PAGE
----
The Case for Corporate Standards to Tackle Inequality and Advance Shared Prosperity

By: Alicia Dunn, Director of Marketing & Communications at FSG and Talent Rewire

Across industries, geographies, and size, companies and business leaders are no strangers to performance standards. From legally mandated workplace safety and consumer protection standards to voluntary technical standards that guide manufacturing and product quality, standards provide the common language, metrics, and guidance needed to operationalize, measure, and evaluate performance. Standards also make good business sense — when adopted and implemented consistently they can ensure that materials, products, processes, and services work and deliver their intended results, which in turn allows companies to build trust with workers, consumers, and investors. 

Meeting the Moment

The Covid-19 pandemic and heightened awareness of racial injustice highlighted the results of centuries of economic inequality and systemic racism in the United States. In the US, there are nearly 100 million people — over 40 percent of people of color and nearly 25 percent of white people — living in economic insecurity who face financial vulnerabilities and are locked out of pursuing economic mobility as a result of rotating from one low-paying job to the next

At the same time, perspectives on the role companies can and should play in addressing social challenges are evolving; notably, in 2019 the Business Roundtable updated its Statement on the Purpose of a Corporation to reflect the belief that companies should create value for all stakeholders, not simply shareholders. Poll after poll show that Americans believe companies should take stands on critical social issues like racism and agree that CEOs have a role to play in addressing inequality and advancing shared prosperity.

From May 2020 to October 2022, over 1,300 Fortune 1000 companies pledged $340B to tackle racial injustice. To tackle inequality and meet the expectations of workers, customers, and long-term shareholders alike, translating those commitments into lasting change is the opportunity ahead for companies.

What we often hear from business leaders is that they want and need more guidance on how to advance equity effectively. They ask the question: “What does ‘good’ look like?”  Through our development of corporate standards, we are filling a gap in the current standards landscape and providing corporate leaders a roadmap to ignite and sustain strong and healthy workplaces, tackling inequalities, expanding market reach, and increasing business resilience.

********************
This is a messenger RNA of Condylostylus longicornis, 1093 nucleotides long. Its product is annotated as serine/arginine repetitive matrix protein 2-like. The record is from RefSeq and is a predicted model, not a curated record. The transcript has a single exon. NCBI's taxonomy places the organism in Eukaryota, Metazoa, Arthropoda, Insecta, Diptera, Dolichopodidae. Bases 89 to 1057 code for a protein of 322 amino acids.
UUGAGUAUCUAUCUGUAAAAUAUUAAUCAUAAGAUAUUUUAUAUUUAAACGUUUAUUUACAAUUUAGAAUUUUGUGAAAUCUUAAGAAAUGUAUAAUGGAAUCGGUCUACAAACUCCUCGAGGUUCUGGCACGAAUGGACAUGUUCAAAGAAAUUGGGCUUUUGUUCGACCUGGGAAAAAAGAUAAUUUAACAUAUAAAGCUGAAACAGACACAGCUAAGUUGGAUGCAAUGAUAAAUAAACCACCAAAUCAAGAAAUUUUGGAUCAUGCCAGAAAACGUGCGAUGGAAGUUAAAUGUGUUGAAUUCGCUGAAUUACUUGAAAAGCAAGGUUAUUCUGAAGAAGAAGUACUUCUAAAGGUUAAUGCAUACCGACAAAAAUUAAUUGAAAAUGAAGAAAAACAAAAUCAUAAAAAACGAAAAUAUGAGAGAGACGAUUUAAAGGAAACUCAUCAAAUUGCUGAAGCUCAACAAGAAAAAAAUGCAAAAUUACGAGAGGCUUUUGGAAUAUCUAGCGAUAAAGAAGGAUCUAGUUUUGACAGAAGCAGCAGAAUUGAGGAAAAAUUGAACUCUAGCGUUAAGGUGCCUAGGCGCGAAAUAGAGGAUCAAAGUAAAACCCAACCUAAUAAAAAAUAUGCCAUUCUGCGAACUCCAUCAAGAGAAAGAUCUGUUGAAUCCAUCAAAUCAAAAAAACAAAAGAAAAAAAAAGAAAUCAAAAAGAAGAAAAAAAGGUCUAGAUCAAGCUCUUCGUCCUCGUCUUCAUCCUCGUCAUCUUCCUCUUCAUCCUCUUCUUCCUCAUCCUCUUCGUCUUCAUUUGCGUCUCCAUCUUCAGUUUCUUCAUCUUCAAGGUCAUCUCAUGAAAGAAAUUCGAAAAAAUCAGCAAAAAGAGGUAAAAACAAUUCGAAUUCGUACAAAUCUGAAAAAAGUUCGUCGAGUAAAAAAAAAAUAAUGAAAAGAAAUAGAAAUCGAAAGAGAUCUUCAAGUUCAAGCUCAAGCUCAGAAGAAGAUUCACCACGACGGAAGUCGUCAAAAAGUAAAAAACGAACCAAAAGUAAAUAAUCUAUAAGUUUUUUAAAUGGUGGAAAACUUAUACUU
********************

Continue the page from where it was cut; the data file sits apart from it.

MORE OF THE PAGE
The Potential for Standards to Create Value

Operationalizing and making progress on the extensive racial equity commitments we have seen within the private sector can unlock greater value for the nearly 100 million people living in economic insecurity who are at the heart of our work — and for companies who must be positioned to appeal to them. Indeed, there is ample data to support our position that companies will benefit by tackling inequality and advancing shared prosperity — those benefits include attracting and retaining top talent, increasing productivity, decreasing costly turnover, unlocking new market opportunities, and building greater organizational resilience and long-term sustainability. 

Take, for example, creating and providing quality jobs for employees at all levels

A 2022 survey of over 1,300 C-Suite executives identified failure to attract and retain talent as the biggest organizational risk in 2023 and in the decade to come. Fundamental to attracting, retaining, and advancing talent is offering quality jobs which are built on principles of economic stability; economic mobility; and equity, respect, and voice.  Our standard on job quality, to be released this spring, will lay out clear goals, milestones and guidance to address fair pay and pay equity, fair benefits, and worker voice.

Offering quality jobs is consistent with worker expectations and may increase engagement and productivity, decrease absenteeism and turnover, increase revenue, and contribute to a company’s social license to operate. Providing quality jobs also contributes to our economic stability and the well-being of communities by promoting wealth generation and economic mobility. 

Expectations for businesses to play a more active role in tackling inequality and advancing equity will continue to grow. At the same time, companies must navigate an increasingly complex social and political landscape. The reality is that the US is becoming a more racially and ethnically diverse society and in order for companies to remain competitive and relevant, they will need to evolve to deliver greater value for all stakeholders, not just shareholders. Our corporate performance standards lay out a framework that provides clear pathways for companies to meet the moment today and to confidently build strategies that result in a more equitable workplace and society for years to come.

Save the Date

On May 20, 2024, we will release the draft standards and launch our third public comment period. Sign up for our newsletter to be the first to see the draft standards when they are released and to learn how you can lend your voice to this critical work. 

We are working across sectors — with sustainability experts, investors, workers, business leaders, equity advocates, business affinity groups, public sector leaders, and more — to help ensure our collective efforts meaningfully benefit the nearly 100 million economically insecure people in the US. Join us in supporting business leaders to play a productive, long-term role in tackling inequality and advancing shared prosperity for all.